Lawyer, queer civil rights advocate, and reality TV star Preston Mitchum is unapologetically Black, and we’re here for it! Mitchum is a fan favorite on Bravo’s Summer House: Martha’s Vineyard, and he dishes about his reality TV experience, which includes the responsibility he feels to represent the Black community positively. The Ohio native also discusses the allure and exclusivity he and his friends found on Martha’s Vineyard. While their adventures on the island make great TV, is Massachusetts’ vacation oasis a place where outsiders can feel comfortable?
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Panama Jackson: [00:00:00] You are now listening to theGrio’s Black Podcast Network, Black Culture Amplified.
Preston Mitchum: As much as possible, people really want to keep it secret and, and, and sacred. Um, I also really struggle with that sometimes too, because I think in our keeping things sacred and secret we’re actually keeping out Black folks who we don’t want there.
Panama Jackson: What’s going on, everybody? Welcome to Dear Culture, the podcast for, by, and about the culture here at theGrio Black Podcast Network. I’m your host, Panama Jackson. And today we have a conversation for you about reality TV. See, a good friend of mine who lives here in Washington, D. C., is on a reality show that I love, that I enjoy.
But for… Not the typical reasons, it’s not because I saw people throwing glasses across tables and stuff, though there were a couple scenes in the first season where that seemed like it was on the table, but partially because of the location and who was being filmed.
Summer House: Martha’s Vineyard: Welcome to Martha’s Vineyard. To Martha! If you don’t know, Black [00:01:00] Excellence is Martha’s Vineyard and Martha’s Vineyard is Black Excellence.
Panama Jackson: It brought up a whole bunch of questions and interests that I had about His time on the show and just the environment around which was being filmed. My guest today is Preston Mitchum, who is an unapologetically Black queer civil rights advocate.
Preston Mitchum: We know good and damn well how many Black, queer, trans and non binary families are killed, are violated, are brutalized every single day.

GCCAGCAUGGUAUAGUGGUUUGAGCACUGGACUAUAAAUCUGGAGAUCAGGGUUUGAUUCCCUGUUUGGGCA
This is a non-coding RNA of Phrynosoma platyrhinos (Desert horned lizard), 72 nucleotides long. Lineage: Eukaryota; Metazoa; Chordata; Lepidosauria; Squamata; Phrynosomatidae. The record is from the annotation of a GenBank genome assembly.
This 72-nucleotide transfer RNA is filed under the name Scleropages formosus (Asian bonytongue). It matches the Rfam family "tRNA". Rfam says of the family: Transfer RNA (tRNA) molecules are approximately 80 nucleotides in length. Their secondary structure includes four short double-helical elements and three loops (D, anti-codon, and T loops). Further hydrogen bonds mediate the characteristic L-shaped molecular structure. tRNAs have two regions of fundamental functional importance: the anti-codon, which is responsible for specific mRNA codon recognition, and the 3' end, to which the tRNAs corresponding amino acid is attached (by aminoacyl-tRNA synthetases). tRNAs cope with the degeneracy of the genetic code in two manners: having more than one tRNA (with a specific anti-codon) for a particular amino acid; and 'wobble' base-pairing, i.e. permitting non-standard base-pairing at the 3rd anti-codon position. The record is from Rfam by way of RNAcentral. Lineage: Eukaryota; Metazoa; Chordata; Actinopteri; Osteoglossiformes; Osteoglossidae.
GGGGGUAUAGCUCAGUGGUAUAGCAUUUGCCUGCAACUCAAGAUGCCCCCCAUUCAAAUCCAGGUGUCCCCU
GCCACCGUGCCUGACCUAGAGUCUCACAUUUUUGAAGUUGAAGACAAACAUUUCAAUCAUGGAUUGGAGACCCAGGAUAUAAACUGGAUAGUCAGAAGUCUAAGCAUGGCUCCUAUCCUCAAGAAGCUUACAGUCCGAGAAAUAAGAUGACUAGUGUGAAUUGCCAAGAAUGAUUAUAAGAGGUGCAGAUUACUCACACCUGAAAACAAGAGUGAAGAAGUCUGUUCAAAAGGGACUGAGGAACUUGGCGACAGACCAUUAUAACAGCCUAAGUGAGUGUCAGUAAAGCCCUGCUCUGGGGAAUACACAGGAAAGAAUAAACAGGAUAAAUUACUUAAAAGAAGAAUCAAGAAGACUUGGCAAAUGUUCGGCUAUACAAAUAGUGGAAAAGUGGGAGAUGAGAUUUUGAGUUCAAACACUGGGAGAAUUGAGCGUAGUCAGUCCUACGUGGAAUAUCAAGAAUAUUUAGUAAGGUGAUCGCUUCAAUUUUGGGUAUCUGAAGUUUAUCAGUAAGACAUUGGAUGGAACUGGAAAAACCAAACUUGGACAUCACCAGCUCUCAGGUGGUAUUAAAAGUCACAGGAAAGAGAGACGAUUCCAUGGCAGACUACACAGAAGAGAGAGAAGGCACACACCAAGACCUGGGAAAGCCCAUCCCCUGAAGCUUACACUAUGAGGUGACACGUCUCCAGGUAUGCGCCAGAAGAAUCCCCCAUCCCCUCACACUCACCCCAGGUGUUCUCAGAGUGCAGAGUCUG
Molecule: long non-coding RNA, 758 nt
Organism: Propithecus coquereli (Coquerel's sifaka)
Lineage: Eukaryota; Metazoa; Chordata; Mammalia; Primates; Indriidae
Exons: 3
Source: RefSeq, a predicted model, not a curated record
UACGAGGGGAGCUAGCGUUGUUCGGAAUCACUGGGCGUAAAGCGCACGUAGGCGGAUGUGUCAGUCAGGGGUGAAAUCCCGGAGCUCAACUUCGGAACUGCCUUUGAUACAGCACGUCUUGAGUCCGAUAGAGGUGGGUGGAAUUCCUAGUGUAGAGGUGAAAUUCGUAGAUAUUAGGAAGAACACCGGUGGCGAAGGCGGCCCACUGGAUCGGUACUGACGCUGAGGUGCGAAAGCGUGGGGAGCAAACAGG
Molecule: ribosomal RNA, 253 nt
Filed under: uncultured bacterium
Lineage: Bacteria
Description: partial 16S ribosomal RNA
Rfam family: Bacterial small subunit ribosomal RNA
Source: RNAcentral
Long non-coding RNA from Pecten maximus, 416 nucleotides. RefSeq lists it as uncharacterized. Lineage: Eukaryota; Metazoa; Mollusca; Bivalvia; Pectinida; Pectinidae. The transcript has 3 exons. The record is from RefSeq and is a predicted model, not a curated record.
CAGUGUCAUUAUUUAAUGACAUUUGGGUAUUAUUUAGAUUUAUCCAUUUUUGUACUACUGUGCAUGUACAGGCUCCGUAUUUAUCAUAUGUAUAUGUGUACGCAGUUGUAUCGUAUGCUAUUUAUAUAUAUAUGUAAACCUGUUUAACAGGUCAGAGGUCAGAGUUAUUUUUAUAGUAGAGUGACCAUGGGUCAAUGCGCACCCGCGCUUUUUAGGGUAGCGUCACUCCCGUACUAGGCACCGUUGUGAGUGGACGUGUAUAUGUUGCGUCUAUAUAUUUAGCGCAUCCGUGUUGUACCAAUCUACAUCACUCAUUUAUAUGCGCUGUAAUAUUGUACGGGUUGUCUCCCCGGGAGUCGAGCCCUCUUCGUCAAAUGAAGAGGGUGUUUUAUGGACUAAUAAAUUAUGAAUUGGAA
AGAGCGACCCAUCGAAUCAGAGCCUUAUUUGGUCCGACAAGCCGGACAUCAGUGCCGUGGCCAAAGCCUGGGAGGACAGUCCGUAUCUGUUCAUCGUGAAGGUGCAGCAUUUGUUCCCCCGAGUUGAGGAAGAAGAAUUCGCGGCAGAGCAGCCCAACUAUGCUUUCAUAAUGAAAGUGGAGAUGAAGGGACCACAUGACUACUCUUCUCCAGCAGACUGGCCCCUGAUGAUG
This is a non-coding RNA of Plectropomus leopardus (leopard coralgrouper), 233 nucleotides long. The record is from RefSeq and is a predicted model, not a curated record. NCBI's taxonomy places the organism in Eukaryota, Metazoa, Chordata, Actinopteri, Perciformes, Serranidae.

Panama Jackson: An attorney. A public speaker, writer, professor from the O. H. and the Dime from Ohio. But first off, you know, how you doing? Welcome to Dear Culture. How you doing today, bro?
Preston Mitchum: I am good today. It is a sunny day in D. C., so the day can’t get any better. Other than talking to you, of course.
Panama Jackson: And I appreciate that. That’s why you the homie. Um… And the reason we’re talking today is because you are a cast member of Summer House, Martha’s Vineyard, which is on Bravo. Uh, one season has aired thus far, and there’s, I believe, a [00:02:00] second season has wrapped shooting.
Is that correct?
Preston Mitchum: The second season has wrapped, so we’ll premiere the second season around March, and so viewers can definitely get ready for another season.
Panama Jackson: All right. I love the show. Uh, I started watching it because you were on it because I know you and it’s kind of cool to say I know somebody on a TV show, but while I was watching it, I also became very interested in it because of where it was filmed, which is Oak Bluffs and Martha’s Vineyard, which I’ve been to.
But we’re going to get to that part because I have a lot of questions about that. But let’s start at the let’s start at the top. So, for people who don’t know, what is Summer House Martha’s Vineyard and how did you end up on the show?
Preston Mitchum: So, Summer House Martha’s Vineyard, of course, really follows a group of friends, Black professionals, uh, I use professionals loosely sometimes, but, but Black folks, Black friends, Black people, um, who are just, like, visiting Oak Bluffs or even Eggertown nearby, Oak Bluffs and, um, and Martha’s Vineyard, or on the island itself.
It’s interesting because a lot of us knew each other. [00:03:00] So I’m on the show, obviously, with my line brother. I was in, uh, my line brother’s and his wife’s wedding. A lot of us have been to the vineyard together. Not everyone, but a good amount of us have been to the vineyard actually together. Uh, and it really kind of happened on the vineyard.
Um, you know, one of my, the closest person I am on the show, Jordan. Uh, she, we were together. She posted a picture of us, of all of us on the show. Actually, after we were on the venue, we were going to an all white party because Black folks love white and linen. And so, we were going to an all white party, and someone reached out to us.